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A Mother’s Love

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I can’t describe a mother’s love. It would be like describing a song to a deaf person—or the perfect red to someone who’s color blind. A mother’s love, it exists only in a dimension understood once you enter it.

A mother’s love is uprooting her life from one side of the world and moving to another. A mother’s love is carrying a potty through Italian immigration so you wouldn’t have to use a public toilet. A mother’s love is putting you in front of the mirror to show you how beautiful you are. A mother’s love is a plastic bag in her purse because you throw up whenever you get nervous. A mother’s love is walking you down the aisle with the man who found a younger replacement. A mother’s love is calling you back after you hang up on her. A mother’s love is being sorry and being ashamed, because she didn’t live up to her own expectations. A mother’s love is—I’ll hold your hand no matter how cold.

A mother’s love is unconditional. It is loving your right arm, your heart, your brain.

She loved me before she even knew me and—and long after she knew me too well. She loved me completely—even when she might not have liked me very much.

I know sometimes I can be a mean bitch. I can be insensitive. I can be hurtful. I am this way because I have developed a wall from which I can stand and yell out but don’t always want to hear in; I may have had expectations of you—but I had never expressed them—and that wasn’t fair.

I have never doubted your love, but I’m certain you may have doubted mine. I wonder if you think I’m grateful for you. I am—very much so.

I think we both think things could be better. I think we both wish it were different—sometimes. I want a fairytale—and you want it for me—we just sometimes draw different pictures of the happily ever after.

You see me as the little girl, cheeks exploding from under the kerchief you wrapped around my face. The girl who was born with enough hair for ribbons—with the big brown eyes. You see those same eyes gazing at you and remember me just tall enough to tug on the bottom of your skirt. I repeated your Russian slang then and I continue to use it now.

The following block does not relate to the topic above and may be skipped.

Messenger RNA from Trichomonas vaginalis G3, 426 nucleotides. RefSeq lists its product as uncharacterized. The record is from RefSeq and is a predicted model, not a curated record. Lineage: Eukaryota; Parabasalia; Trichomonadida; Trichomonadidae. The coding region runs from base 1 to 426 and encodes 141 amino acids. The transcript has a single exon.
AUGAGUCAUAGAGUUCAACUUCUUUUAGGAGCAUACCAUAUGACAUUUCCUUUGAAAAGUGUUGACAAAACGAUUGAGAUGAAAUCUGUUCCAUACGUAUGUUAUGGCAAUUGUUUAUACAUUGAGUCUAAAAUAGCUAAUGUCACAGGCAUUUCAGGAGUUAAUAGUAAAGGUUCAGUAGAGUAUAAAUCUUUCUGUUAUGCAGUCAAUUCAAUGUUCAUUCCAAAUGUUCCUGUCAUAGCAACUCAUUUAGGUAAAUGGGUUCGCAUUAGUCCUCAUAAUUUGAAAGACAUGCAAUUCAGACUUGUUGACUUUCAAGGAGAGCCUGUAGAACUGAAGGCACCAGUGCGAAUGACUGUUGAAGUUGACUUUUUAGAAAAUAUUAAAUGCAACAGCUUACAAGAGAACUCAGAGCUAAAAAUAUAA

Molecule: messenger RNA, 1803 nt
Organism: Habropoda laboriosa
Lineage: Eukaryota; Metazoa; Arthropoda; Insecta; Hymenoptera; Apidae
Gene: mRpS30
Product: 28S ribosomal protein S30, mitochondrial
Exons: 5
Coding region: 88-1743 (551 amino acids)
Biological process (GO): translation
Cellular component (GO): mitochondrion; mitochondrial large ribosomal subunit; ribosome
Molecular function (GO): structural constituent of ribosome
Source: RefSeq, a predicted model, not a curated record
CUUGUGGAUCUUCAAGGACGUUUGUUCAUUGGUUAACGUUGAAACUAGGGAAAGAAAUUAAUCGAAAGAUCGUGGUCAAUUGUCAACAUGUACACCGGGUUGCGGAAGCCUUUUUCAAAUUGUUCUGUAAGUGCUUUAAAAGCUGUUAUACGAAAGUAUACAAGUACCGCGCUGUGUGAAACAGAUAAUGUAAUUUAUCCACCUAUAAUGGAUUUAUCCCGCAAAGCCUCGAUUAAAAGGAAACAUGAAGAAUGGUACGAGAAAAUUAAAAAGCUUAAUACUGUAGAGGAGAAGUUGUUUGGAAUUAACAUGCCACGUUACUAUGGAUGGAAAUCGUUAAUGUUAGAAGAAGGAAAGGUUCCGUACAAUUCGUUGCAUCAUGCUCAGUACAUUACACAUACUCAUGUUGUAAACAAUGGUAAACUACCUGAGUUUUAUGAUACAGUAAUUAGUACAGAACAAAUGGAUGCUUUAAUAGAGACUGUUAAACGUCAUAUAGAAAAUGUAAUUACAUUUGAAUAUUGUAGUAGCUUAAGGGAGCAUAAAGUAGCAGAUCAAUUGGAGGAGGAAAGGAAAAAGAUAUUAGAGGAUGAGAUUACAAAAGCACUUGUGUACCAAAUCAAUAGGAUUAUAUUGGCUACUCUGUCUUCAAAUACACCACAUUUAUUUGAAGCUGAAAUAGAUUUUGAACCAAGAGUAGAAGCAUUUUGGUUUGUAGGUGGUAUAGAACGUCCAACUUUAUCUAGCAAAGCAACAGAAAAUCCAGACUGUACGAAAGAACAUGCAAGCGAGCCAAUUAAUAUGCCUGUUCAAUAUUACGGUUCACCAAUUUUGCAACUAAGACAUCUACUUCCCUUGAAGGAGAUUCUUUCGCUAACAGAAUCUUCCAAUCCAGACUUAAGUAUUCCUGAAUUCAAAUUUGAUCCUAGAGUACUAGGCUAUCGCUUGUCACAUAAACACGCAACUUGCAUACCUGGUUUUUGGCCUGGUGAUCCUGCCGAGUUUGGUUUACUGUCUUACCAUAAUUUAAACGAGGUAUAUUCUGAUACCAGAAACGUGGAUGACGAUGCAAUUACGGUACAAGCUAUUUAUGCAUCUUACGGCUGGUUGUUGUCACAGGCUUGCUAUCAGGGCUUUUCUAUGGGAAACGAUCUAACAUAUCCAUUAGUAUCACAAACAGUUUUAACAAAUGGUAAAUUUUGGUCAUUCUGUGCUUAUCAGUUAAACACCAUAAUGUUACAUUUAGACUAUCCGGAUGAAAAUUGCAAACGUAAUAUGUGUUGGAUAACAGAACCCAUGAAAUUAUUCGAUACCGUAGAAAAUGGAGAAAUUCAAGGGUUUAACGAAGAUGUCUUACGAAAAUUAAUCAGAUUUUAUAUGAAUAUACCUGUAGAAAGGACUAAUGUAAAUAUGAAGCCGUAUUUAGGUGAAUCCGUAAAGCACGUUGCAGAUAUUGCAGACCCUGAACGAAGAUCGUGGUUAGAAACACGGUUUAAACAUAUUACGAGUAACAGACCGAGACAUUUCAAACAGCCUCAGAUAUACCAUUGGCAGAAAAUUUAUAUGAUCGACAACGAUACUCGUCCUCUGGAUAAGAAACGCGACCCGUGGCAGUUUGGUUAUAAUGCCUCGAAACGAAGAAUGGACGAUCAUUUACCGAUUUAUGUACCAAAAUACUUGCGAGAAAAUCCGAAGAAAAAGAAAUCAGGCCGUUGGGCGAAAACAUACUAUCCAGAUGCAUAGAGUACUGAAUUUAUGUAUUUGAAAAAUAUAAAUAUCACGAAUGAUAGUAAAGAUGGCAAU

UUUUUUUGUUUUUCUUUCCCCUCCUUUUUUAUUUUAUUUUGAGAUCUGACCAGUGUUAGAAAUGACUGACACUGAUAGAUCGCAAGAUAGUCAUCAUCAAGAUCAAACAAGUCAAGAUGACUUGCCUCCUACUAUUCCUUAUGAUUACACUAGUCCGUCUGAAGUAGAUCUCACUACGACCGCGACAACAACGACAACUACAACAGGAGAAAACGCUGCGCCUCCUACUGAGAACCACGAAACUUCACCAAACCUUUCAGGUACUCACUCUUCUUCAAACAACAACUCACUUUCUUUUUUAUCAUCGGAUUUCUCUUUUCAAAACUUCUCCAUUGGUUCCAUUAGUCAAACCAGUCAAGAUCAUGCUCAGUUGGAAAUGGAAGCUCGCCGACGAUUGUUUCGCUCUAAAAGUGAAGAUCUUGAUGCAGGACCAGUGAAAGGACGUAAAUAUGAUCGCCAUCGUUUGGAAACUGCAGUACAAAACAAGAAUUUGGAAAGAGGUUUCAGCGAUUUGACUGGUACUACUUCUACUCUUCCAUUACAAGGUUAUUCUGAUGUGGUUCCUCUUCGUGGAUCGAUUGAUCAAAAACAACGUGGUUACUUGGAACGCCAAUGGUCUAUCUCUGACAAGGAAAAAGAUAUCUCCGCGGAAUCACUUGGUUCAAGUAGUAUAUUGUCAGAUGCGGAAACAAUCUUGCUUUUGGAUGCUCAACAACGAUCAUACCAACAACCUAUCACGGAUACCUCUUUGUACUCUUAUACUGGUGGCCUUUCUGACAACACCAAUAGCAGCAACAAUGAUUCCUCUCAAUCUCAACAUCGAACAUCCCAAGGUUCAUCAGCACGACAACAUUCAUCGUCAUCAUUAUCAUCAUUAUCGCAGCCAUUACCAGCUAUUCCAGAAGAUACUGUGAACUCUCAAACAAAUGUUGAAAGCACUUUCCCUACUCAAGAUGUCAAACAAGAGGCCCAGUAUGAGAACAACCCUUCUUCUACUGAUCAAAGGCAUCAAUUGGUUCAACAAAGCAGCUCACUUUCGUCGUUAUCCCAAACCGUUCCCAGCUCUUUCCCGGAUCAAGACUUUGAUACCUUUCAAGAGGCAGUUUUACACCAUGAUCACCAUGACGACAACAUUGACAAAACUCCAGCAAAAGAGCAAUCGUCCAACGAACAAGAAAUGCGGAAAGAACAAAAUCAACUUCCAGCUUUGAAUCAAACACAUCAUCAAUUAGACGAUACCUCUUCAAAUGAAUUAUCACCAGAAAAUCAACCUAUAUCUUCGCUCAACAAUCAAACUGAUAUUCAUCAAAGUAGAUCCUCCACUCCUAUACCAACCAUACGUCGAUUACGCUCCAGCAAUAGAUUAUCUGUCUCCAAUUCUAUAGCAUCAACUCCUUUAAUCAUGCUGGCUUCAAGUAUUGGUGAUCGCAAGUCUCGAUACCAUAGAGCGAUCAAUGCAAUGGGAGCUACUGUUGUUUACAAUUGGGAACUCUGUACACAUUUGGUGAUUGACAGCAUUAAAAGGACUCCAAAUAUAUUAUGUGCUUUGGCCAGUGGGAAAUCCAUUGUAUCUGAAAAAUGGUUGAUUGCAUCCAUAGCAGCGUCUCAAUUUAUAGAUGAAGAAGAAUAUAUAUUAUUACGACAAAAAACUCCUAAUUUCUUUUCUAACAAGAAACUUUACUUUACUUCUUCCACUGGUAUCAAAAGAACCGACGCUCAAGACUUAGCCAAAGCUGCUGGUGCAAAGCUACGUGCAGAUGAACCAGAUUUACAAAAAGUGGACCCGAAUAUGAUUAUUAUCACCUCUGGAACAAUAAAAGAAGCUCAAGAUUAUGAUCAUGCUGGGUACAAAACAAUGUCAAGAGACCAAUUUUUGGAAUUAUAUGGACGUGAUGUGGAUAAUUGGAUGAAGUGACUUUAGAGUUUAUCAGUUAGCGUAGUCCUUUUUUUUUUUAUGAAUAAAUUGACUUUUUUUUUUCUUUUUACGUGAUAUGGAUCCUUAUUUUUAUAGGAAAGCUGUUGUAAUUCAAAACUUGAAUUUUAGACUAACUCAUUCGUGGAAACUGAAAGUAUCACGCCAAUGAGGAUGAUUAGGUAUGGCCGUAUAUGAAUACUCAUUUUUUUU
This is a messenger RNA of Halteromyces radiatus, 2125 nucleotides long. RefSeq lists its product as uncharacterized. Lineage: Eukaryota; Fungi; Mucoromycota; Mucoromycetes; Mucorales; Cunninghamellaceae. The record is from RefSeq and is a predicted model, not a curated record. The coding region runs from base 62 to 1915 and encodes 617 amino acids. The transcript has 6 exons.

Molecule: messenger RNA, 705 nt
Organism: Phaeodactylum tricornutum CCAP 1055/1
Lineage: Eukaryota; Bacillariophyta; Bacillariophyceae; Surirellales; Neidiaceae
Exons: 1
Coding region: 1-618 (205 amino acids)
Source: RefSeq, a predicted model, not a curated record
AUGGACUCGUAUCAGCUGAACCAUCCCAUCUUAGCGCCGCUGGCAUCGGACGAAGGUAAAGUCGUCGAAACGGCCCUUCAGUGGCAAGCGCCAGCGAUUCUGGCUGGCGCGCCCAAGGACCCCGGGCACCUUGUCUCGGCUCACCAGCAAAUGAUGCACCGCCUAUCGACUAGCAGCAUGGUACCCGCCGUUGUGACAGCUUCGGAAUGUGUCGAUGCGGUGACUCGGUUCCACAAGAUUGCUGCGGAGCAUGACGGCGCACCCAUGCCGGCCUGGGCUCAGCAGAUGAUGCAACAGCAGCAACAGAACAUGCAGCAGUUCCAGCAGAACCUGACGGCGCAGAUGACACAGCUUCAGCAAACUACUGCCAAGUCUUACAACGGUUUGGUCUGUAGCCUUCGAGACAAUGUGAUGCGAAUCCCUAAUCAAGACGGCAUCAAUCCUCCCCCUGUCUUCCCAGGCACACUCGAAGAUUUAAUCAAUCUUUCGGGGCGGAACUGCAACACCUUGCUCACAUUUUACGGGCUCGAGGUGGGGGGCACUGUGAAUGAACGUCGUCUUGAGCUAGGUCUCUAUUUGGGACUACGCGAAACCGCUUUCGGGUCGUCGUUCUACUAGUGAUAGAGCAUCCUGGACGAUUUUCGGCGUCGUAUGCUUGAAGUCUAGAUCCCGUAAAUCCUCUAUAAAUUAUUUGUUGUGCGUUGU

How much of yourself do you see in me? How much of you do I not want to see in me? Daughters don’t want to sound like their mothers, but instinct dictates differently. We all have the mother’s bark. A love you understand when you become a mother yourself.

Seven years ago I entered motherhood. I stare in disbelief at the boy I’ve created. A line extended, the earth a little stirred—biology I exploited all by myself.

Being a mother is a tremendous responsibility—to him—to the world. To give him the foundation for confidence, courage, respect, happiness. Arm him with some sort of emotional and coping building blocks to take on the world head on and carve a strong and happy life for himself. I want for my child what any mother wants—a healthy laugh, a smile, eternal love.

On Mother’s Day, I don’t expect to be thanked. In fact, I use the day to remember what a privilege it is to be a mother. I am lucky to be able to look at my son and be filled with pride—in him and me.

But how do you thank the person without whom you wouldn’t be? How do you thank someone for air and breath and lungs and life? How do you thank someone for sleepless nights, for a lifetime of worry, for painful compromises, for never being first, for feeling the hurt every time you fall? How do you thank a person whose heart aches for you long after yours has skipped a beat?

A mother’s love …

There is no title so powerful, so important, so impactful, so innate—as mama.

Happy Mother’s Day.

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